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Mortality and top killing of spruce-fir caused by repeated budworm defoliation by Donald C. Schmiege

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Published .
Written in English

Subjects:

  • Abies,
  • Spruce budworm,
  • Choristoneura fumiferana,
  • Picea,
  • Forest insects,
  • Spruce,
  • Mortality,
  • Diseases and pests

Book details:

Edition Notes

StatementD.C. Schmiege
SeriesTechnical notes / Lake States Forest Experiment Station -- no. 597, Technical notes (Lake States Forest Experiment Station (Saint Paul, Minn.)) -- no. 597.
ContributionsLake States Forest Experiment Station (Saint Paul, Minn.)
The Physical Object
Pagination2 unnumbered pages
ID Numbers
Open LibraryOL27276932M
OCLC/WorldCa426801477

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Key Words: Budworm, defoliation, tree mortality, red spruce, balsam fir. Spruce budworm (~hoiistoneura furniferaw Clem.) has been the most destructive forest insect in the spruce-fir (Picea- Abies) region of New England, with increasing frequency, extent, and severity of outbreaks during the last century (Mog et al. , Blais 1, a Cited by: Feeding by the caterpillars leads to tree damage and death. Damage includes Defoliation; Top kill (after several years of heavy feeding) Tree mortality (after about 5 years of heavy feeding) Weakened trees not killed by budworm are more vulnerable to other insects (bark . Spruce–fir stands in the Ottawa River watershed in Quebec were subjected to defoliation by spruce budworm, Choristoneurafumiferana (Clem.), between and Eighteen study plots were established in mixed and coniferous mature stands to determine impact of the infestation on balsam fir, Abiesbalsamea Mill., and white spruce, Piceaglauca (Moench) Voss, and the protracted mortality of Cited by: Spruce budworm (SBW; Choristoneura fumiferana (Clem.)) defoliation can cause severe growth reduction and mortality to spruce-fir (Picea-Abies) species in eastern North America.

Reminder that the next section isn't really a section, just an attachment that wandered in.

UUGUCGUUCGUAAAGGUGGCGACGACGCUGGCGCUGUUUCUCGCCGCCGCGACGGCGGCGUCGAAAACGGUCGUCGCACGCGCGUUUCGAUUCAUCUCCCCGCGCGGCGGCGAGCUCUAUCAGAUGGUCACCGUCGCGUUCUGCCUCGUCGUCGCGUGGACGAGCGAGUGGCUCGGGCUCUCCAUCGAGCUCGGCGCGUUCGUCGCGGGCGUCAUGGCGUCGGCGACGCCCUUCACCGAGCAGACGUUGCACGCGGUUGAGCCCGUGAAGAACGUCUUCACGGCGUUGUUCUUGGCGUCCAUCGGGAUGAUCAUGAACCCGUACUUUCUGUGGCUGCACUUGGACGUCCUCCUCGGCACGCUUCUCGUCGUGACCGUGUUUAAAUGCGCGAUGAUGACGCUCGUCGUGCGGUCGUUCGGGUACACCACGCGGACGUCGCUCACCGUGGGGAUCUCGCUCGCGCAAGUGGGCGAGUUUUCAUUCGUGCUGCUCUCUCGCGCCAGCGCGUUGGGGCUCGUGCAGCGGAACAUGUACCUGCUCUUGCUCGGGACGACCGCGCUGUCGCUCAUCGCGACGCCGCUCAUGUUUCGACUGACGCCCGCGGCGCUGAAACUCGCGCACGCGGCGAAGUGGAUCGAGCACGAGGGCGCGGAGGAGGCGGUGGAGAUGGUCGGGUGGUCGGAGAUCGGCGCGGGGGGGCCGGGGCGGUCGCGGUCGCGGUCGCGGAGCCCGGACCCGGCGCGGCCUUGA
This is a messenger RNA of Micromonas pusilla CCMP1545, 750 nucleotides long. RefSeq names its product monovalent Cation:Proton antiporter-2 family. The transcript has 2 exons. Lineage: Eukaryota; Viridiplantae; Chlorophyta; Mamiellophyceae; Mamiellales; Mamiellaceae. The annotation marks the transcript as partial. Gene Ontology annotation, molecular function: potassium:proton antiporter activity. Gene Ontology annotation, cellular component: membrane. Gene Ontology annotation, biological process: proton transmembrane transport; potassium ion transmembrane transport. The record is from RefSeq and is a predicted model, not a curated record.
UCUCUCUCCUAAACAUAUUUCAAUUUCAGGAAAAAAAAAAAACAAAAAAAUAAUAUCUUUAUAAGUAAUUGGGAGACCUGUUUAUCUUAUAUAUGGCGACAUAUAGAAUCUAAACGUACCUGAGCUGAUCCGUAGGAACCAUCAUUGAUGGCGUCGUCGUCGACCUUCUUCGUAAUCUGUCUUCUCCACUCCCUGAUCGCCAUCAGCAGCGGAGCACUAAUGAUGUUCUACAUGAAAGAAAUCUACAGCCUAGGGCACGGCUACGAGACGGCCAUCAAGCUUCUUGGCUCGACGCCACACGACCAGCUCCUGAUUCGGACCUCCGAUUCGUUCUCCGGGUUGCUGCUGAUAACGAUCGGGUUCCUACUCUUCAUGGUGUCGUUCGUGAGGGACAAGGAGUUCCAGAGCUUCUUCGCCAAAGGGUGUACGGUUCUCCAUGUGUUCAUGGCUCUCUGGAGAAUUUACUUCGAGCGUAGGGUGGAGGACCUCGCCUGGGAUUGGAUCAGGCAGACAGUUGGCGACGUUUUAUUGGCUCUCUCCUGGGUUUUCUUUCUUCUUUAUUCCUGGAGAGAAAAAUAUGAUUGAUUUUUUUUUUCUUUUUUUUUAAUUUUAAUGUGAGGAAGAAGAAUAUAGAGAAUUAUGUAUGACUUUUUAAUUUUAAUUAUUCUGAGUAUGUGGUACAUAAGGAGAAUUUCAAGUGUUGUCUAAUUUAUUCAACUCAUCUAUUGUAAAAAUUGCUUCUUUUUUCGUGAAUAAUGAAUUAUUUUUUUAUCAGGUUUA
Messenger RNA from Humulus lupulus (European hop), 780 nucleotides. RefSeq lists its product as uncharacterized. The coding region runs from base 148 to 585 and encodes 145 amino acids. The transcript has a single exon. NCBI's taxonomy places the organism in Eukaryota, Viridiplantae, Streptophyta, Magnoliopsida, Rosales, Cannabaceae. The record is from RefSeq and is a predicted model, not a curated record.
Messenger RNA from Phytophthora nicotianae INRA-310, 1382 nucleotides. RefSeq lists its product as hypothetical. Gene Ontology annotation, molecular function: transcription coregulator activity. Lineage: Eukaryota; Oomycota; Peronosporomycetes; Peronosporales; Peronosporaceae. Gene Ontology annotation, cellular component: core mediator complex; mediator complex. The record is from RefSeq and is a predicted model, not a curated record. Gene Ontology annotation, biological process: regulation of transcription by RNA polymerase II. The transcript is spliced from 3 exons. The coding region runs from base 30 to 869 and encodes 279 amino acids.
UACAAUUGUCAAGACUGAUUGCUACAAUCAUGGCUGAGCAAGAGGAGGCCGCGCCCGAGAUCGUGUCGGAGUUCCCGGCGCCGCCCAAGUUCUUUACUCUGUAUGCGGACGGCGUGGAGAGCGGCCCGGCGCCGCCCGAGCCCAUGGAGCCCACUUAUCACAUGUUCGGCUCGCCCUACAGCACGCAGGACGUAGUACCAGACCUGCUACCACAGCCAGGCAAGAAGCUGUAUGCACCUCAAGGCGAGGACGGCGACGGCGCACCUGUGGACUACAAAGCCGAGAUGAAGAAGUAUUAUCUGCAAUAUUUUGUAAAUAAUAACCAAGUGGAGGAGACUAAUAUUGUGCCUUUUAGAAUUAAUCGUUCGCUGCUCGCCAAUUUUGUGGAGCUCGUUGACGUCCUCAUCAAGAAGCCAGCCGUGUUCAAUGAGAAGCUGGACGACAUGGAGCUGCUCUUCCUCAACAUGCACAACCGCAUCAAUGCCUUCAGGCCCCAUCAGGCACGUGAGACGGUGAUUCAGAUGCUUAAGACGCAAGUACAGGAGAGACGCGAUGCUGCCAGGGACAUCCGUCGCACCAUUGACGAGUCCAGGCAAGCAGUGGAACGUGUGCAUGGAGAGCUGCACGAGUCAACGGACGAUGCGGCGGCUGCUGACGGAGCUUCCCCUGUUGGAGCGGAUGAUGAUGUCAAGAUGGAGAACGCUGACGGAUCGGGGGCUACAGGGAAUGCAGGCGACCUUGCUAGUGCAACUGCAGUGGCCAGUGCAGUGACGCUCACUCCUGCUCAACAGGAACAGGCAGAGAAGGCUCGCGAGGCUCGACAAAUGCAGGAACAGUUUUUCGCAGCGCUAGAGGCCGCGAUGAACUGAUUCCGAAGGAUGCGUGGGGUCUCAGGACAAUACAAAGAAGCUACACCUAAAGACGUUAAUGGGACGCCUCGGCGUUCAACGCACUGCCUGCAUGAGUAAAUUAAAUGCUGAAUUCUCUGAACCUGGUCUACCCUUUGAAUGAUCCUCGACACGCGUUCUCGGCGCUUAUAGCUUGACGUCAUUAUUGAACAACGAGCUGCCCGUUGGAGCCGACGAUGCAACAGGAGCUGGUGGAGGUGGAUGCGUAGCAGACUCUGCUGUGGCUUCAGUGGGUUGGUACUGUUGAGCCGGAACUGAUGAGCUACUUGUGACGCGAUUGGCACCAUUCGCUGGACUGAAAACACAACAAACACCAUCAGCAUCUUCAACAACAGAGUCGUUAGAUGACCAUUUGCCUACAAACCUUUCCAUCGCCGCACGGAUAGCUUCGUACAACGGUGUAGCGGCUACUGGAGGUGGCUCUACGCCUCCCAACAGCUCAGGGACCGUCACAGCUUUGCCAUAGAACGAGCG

top-killed, which often results in stem deformity, multiple leaders, or the death of the entire tree. In young western Figure 9.— Mature subalpine fir top-killed by the western spruce budworm. larch stands, sustained larval feed-ing and severance of new shoots causes top deformity and can reduce height growth by as much as 25 to 30 percent. top kill of leaders and some terminal branch shoots. Five to seven successive years of defoliation will lead to tree mortality. A single, complete defoliation commonly kills conifers. Monitoring: Beginning in May, look for frass and silk Defoliation damage caused by spruce budworm; note that the foliage is tied together with silk threads. (). We found that defoliation has the potential to both increase and decrease the probability of ignition depending on the time scale, ecoregion, and season examined. Most importantly, we found that lagged spruce budworm defoliation (8–10 yr) increases the risk of fire ignition whereas recent defoliation (1 yr) can decrease this risk.   Mortality and top-killing of spruce-fir caused by repeated budworm defoliation. USDA For. Serv. Tech. Note , 2 pp. Stedinger, J.R., A spruce budworm-forest model and its implications for suppression programs.

Budworm feeding damage is first noticed on outer branch shoots in the upper crowns of spruce and fir trees. Partially eaten needles are webbed onto branch tips and turn a reddish-brown color. Long-term damage of budworm defoliation can result in top kill in 2 to 3 . Repeated budworm defoliation can cause top-kill and death in older and stressed trees. Balsam fir older than 60 and spruce over 70 years are prime targets. Repeated budworm defoliation causes tree mortality, reduction in growth rates, and reduced lumber quality. Eight hundred and fifteen () plots were established between and throughout. outbreak of spruce budworm were obtained by subjecting a national forest inventory to the spatially defined represent-ative patterns of defoliation. The use of these estimates in determining the status of Canada’s forests as a carbon source or sink is discussed. Key words:spruce budworm, defoliation, growth loss and mortality, carbon source.